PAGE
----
We will report progress in our next News Letter.


It Will be remembered that the owner wanted to pull down the magnificent 17th Century barn which stands by Hitcham Church. Your – Society was represented at a Public Enquiry, the result of which was , that the preservation order was confirmed. ‘

‘ Since then the Barn has remained untouched by the owner; Its roof is leaking, its tiles falling off and its timbers rotting. No doubt a further claim for permission to demolish it will soon be made, probably on the grounds that, it is unsafe to paSsers—by on the road, and indeed before long there will not be anything left to preserve,





Members should know that last Autumn an Architect found. a client who was interested in turning the Barn into a house with careful preservation of its appearance, and approached the owner. The owner replied, through his agent, saying that he had no intention of selling, or letting, the Barn. Furthermore, your Society has also written to the owner, offering to discuss with him a proposal that a local Charitable Trust should be set up to take over the barn, with its liabilities, and so relieve the owner of further responsibilities. A letter on these lines sent in October was acknowledged, but a follow—up letter sent in January has not been answered. at all.

It is interesting to note that, at the enquiry, the County Flaming Officer said that if the Barn were to be demolished, the County would not give permission forpnew buildings to be erected on the spot. ‘

We have called the attention of the County Council Planning Committee to the situation.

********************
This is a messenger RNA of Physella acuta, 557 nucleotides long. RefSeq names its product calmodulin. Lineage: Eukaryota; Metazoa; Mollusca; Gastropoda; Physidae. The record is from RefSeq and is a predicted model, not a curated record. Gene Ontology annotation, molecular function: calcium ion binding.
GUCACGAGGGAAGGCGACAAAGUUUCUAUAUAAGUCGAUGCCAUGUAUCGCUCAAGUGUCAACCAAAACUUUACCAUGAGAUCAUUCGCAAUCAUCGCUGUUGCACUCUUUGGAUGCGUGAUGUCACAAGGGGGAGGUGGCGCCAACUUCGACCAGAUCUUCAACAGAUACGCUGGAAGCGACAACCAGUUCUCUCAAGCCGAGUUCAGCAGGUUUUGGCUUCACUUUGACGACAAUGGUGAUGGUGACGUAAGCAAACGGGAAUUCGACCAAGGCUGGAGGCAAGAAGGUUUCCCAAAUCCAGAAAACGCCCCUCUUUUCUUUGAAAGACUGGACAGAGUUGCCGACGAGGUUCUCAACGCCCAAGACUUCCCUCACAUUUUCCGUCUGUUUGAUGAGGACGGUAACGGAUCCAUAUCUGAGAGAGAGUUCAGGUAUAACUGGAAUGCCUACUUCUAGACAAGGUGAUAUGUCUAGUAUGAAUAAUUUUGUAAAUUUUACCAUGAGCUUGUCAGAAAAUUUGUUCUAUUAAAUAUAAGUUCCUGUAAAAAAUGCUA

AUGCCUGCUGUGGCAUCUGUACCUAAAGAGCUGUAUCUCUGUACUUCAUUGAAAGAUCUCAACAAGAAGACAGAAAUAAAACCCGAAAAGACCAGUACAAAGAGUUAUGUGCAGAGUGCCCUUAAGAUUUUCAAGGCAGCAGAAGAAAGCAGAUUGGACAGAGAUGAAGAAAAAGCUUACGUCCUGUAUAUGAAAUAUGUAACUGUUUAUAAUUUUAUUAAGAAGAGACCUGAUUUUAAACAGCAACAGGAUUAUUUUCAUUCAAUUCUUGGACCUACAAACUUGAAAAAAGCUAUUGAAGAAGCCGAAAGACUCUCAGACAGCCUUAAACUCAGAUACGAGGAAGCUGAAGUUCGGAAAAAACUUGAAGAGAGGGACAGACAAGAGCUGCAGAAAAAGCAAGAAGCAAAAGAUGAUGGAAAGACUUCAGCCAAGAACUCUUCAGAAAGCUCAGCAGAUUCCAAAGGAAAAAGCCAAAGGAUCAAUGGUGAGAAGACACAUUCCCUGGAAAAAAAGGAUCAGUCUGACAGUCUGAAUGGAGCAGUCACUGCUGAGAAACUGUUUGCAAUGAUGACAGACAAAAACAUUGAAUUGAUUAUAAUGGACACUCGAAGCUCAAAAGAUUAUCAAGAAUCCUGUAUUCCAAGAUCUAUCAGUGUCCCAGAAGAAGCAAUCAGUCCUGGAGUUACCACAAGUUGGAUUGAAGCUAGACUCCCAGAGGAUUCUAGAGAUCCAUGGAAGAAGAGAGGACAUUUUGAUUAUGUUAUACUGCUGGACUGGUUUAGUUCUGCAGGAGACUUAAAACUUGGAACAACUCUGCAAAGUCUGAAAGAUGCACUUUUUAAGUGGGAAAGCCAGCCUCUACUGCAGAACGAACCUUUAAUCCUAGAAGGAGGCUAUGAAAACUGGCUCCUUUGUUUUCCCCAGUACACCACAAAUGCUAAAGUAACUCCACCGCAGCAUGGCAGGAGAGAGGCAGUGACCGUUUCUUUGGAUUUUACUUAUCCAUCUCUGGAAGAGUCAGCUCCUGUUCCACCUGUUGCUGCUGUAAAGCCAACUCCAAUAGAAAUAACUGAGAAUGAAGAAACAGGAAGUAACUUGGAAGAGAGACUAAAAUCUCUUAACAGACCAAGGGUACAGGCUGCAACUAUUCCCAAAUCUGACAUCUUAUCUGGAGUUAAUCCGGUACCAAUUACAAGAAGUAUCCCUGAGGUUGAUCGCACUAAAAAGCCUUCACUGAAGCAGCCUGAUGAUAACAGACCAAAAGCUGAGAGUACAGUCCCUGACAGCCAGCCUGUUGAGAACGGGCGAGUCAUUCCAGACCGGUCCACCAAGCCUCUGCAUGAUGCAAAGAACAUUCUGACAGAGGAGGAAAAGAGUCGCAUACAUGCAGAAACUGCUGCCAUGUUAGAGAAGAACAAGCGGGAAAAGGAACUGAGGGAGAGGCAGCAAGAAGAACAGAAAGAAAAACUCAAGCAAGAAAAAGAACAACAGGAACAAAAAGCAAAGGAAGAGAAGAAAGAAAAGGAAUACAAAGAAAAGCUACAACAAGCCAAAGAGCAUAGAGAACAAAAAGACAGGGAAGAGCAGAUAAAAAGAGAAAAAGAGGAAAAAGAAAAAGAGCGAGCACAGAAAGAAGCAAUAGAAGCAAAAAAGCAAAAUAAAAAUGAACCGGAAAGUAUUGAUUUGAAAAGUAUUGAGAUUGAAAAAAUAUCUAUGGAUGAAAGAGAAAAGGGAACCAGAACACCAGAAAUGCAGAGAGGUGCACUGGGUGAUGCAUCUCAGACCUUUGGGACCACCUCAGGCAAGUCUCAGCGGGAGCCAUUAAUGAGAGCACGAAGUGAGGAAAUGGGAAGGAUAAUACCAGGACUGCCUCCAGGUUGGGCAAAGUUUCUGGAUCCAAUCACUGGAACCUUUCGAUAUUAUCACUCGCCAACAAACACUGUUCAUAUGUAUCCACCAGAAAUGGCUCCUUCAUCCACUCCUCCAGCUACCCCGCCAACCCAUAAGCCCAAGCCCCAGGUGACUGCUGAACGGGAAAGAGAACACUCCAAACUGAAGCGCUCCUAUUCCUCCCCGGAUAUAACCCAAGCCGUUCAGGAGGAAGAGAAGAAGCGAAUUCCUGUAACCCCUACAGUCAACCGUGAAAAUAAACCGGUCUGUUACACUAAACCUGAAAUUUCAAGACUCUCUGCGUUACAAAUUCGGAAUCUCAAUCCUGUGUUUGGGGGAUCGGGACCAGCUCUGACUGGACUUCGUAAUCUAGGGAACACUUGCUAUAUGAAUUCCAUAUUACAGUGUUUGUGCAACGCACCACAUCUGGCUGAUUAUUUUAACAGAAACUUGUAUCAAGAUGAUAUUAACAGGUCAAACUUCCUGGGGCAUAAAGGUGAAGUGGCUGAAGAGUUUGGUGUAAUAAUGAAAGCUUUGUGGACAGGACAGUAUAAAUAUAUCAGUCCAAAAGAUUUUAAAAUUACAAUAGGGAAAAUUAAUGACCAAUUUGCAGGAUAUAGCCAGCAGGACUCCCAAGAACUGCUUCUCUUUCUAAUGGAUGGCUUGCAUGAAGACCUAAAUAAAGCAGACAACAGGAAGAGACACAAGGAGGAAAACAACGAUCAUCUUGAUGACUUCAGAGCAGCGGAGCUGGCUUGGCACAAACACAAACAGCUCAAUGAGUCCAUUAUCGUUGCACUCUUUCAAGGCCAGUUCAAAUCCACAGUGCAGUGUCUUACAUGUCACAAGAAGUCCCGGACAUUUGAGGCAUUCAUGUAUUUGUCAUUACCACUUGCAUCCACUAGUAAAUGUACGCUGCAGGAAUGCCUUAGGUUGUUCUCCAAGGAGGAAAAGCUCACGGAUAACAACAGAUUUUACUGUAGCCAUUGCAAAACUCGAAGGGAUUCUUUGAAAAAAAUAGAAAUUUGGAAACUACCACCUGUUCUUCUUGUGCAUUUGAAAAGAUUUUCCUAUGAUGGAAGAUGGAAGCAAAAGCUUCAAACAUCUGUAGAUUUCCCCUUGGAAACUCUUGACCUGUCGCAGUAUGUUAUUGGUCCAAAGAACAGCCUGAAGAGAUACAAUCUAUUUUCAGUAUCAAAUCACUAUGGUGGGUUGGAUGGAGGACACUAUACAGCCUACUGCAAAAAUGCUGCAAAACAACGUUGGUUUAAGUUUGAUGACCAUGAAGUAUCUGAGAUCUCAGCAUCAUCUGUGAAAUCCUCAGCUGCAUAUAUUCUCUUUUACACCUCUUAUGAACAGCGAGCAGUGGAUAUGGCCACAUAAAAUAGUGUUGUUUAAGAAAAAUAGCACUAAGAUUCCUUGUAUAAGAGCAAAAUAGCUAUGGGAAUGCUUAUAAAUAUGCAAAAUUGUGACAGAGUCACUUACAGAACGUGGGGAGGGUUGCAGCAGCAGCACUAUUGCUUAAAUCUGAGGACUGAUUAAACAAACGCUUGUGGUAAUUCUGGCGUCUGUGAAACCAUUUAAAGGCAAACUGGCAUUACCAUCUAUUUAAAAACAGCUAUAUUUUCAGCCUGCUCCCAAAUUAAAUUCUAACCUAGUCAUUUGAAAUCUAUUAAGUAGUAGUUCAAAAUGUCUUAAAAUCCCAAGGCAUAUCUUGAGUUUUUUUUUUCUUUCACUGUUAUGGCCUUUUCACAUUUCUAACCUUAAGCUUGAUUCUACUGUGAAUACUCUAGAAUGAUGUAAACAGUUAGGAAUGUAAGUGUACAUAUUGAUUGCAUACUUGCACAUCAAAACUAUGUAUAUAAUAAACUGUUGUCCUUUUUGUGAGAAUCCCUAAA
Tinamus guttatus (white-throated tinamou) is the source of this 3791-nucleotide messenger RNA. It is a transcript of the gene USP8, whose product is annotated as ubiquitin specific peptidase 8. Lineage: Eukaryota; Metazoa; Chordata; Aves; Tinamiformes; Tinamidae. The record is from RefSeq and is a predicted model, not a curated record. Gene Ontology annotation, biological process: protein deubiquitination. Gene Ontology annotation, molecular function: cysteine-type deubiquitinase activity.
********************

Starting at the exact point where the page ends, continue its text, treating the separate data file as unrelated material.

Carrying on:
Members may reCall the account given by Mr. Betjeman in‘a reprint which we sent out with the A.G.M. papers concerning progress of old buildings of this sort through decay to demolition, despite preser— vation orders. We shall try to contrive that in this case the story has a happier ending.


Rubbish Dump near Taplow Horse Show Field. We have written to the Sanitary Dept. of Eton R.D‘.C—.‘ asking- that this eyesore should be cleared up and the dumping stopped. In consequence, the area has been wire—fenced off. So far, however, the enclosure is as untidy as ever, but at least dumping has been stopped. We acknowledge the oovoperative attitude of the Leeal Authority and are pressing for further improvement. ‘ ‘

Caravans on Ah. A member has objected to the nuisance of the caravans which are often found in the lay-by just East of the Railway Bridge on M. Even when the caravans are moved on, the litter left behind is deplorable. shall give our support to the many other bodies which, we understand, have tried to tackle this problem, which is primarily a police matter. Under .the existing law the maximum ‘ penalty is quite a small fine.


V South Taplow.- Apart from watching carefully the planning proposals before the R. D’,’ G. (such as the proposal to erect near— skyscraper flats by Skindle‘s) we feel We have not been able to do much yet for South Taplow. Members living South of the Bath Road


are particularly asked to let us know of matters in which they think we might help.

. Holylmrt Preservation Society. This newly formed Society has handsomely acknowledged the inspiration which this Society gave

towards its formation. We wish it all success.


Would any member be prepared to help with typing and other .- seoretarial duties?


Reverting to the gritty subject of Poplaerarm, we have received the following from an anonymous oontributor:— , –

w A Lament

Bury me under the Higgs, deep in’ the side of the Hill – ‘ , ., Down, deep down, in the thirty foot holes that no one ‘ seems willing to fill. ‘


I spent four years in the Flanders mud, – ‘ – 5 Where shells scattered gravel, and good British blood; : – ‘ Passohendaele, Ypres, Cambrai, Mons —- V

Those ghastly graves of Empire’s sons;

And now I am seeing it all again ——

– » The trenches, the craters, the dust (and the rain), And what is the purpose? What forbodes? The birth of another Colossus of Roads.


Bury me under the Higgs, deep in the side of the Hill, Down, deep down, in the thirty foot holes-that no one seems willing to fill.


(Note: Higgs: an old Buohnghamshire word meaning Depression)